My prejudice is against its contents: the pulverised tomatoes that look like run-off from a Tudor torture chamber. A whole tomato is a source of joy and, occasionally, wonder (I remember learning that the Farsi for tomato is gojeh farangi, which translates literally as “foreign plum”) – and I am as fond of pizza as anyone. Most accessories to the Bloody Mary are fine with me: Worcestershire sauce, Tabasco, celery, black pepper, even sherry or oysters. But generally I share the curmudgeon Bernard DeVoto’s mistrust of fruit juice in my spirits: “all pestilential, all gangrenous, all vile” was the great man’s verdict. His main objection was sweetness but I will include the admittedly savoury tomato in my ban. At the cocktail hour, I have been known to crave all kinds of odd concoctions but none has included pulp.

To many, the whole point of a Bloody Mary is that you don’t wait until the cocktail hour. This seems to entail a certain shying away from unpleasant realities. I know perfectly well the reaction I would get if I were to ask for a grilled tomato and a chilled Martini at brunch: my friends would start likening me to F Scott Fitzgerald and they wouldn’t be referring to my writing talent. Despite its remarkably similar contents, a Bloody Mary is a perfectly acceptable midday, middle-class beverage. If the original Mary were here to witness such hypocrisy, she would surely tut and reach for her firelighters.

Yet, like the good Catholic I certainly am not, I must confess, for I have seen the error of my ways. In July, on Vancouver Island, I tried a Bloody Caesar – Canada’s spirited response to England’s favourite breakfast tipple (“I’ll see your Tudor queen, you bunch of retrograde royalists, and raise you a Roman emperor”). The main difference is a weird yet oddly palatable concoction called Clamato: tomato juice thinned and refined by clam juice. Replace your standard slop with this stuff, which has all the tang of tomato yet flows like a veritable Niagara, and you will have a drink far stranger yet more delicious than the traditional version.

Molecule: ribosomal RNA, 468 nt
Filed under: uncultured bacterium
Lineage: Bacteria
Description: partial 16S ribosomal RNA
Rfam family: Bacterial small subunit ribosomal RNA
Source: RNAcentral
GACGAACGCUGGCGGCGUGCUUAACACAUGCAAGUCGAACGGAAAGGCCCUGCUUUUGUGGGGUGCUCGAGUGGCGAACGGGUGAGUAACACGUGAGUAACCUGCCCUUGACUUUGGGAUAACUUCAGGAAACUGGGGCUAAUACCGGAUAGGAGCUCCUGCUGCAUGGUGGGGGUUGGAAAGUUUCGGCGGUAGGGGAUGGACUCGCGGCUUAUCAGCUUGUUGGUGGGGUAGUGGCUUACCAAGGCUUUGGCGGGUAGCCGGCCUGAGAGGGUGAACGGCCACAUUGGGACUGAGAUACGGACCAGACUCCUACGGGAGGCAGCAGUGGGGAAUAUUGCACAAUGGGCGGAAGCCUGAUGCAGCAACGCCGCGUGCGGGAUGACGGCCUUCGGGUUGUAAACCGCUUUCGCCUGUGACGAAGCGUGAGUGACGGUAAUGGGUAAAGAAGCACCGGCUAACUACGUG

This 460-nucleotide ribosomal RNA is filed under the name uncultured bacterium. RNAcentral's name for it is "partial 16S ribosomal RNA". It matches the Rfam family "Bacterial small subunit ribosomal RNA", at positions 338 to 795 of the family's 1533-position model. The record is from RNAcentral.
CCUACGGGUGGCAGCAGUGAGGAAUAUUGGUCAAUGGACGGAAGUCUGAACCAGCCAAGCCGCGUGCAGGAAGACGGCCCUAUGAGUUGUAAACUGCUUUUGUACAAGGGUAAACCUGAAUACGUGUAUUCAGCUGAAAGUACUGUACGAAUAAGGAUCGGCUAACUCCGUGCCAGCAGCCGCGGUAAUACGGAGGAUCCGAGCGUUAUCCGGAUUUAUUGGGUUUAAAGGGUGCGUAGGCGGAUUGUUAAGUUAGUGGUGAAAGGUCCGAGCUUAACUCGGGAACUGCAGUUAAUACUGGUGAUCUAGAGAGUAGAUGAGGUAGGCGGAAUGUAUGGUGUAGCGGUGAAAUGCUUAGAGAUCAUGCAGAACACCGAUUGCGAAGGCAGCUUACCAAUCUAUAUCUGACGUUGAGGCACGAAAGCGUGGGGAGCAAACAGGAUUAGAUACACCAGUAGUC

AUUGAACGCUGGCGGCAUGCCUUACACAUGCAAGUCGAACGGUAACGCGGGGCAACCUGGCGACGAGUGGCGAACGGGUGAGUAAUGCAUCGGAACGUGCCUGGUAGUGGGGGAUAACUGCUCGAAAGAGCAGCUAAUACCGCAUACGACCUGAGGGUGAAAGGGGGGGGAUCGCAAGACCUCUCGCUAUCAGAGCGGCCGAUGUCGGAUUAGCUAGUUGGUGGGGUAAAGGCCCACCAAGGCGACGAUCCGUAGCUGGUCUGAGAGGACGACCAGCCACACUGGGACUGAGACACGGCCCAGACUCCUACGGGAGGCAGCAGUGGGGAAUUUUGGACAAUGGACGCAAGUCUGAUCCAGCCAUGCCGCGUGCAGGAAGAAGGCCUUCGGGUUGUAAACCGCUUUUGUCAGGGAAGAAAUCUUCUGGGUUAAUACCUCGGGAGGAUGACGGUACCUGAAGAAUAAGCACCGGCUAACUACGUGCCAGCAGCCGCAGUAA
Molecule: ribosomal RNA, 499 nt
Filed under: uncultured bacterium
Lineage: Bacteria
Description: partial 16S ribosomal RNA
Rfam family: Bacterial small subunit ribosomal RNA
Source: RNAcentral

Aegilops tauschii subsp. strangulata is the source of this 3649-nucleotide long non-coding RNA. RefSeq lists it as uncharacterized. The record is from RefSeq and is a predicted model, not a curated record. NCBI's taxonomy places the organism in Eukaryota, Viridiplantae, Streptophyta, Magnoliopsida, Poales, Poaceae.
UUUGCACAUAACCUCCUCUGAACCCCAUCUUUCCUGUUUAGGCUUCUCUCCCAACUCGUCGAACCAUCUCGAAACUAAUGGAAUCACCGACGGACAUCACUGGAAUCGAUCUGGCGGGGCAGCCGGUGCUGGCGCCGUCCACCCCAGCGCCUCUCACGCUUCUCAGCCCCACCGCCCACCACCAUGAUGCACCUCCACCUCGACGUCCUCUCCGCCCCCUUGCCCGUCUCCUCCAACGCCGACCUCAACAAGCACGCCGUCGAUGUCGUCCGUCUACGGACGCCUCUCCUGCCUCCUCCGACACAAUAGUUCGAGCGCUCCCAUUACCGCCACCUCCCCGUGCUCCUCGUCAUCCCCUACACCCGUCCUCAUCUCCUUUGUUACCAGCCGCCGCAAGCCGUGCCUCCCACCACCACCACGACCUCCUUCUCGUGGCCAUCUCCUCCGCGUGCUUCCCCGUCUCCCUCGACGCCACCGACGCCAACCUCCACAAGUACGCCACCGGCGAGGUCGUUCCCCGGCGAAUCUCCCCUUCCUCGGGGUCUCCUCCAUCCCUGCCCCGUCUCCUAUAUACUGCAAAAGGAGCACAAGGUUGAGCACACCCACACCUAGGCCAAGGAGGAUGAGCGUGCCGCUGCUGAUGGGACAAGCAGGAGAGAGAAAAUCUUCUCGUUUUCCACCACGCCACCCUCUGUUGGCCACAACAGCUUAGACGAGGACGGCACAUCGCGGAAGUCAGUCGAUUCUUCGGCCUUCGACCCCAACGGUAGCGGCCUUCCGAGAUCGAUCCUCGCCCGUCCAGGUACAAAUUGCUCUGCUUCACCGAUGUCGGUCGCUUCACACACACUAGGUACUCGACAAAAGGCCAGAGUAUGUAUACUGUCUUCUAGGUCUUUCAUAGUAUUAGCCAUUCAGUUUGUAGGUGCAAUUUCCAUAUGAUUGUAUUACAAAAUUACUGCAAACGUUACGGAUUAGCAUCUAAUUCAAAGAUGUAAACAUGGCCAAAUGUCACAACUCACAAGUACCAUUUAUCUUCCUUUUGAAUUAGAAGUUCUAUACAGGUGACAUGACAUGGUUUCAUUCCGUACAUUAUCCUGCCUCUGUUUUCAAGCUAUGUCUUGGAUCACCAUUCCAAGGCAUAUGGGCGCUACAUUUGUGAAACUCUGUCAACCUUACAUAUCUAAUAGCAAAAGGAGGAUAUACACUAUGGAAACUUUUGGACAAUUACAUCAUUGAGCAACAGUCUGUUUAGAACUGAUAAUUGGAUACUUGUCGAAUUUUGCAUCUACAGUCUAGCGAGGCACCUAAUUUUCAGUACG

Apparently, the Caesar was invented by an Italian restaurateur in Calgary, Alberta, who wanted a liquid version of his favourite dish from the old country: spaghetti alle vongole in rosso (clam and tomato spaghetti). He got it – and, more importantly, the rest of us got something we can drink not at breakfast but instead of dinner. Find a really interesting garnish – pickled bull kelp or spicy pickled celery, say – and you can even claim to have eaten your greens.

I’m sure that dedicated fans of the Bloody Mary will consider this entire column heretical, which seems appropriate: that’s the side I was born on, being Jewish, and I like to hope I wouldn’t switch even under extreme forms of persuasion. But this cocktail is in any case a broad church: few cocktails come in so many different incarnations.

The original was invented, according to him, by Fernand Petiot, who was a French barman in New York during Prohibition (and so must have known a thing or two about hypocrisy). It includes lemon juice and a “layer” of Worcestershire sauce and the tomato juice is strained; it may also actually have been named after a barmaid.

All of which proves only that dogma has no place at the bar. Variety is the spice of life, which makes it ironic that the world’s spiciest cocktail bestows a frivolous immortality on a woman who believed all choice to be the work of the devil.

Next week John Burnside on nature

Nina Caplan is the 2014 Fortnum & Mason Drink Writer of the Year and 2014 Louis Roederer International Wine Columnist of the Year for her columns on drink in the New Statesman. She tweets as @NinaCaplan.

This article first appeared in the 08 October 2015 issue of the New Statesman, Putin vs Isis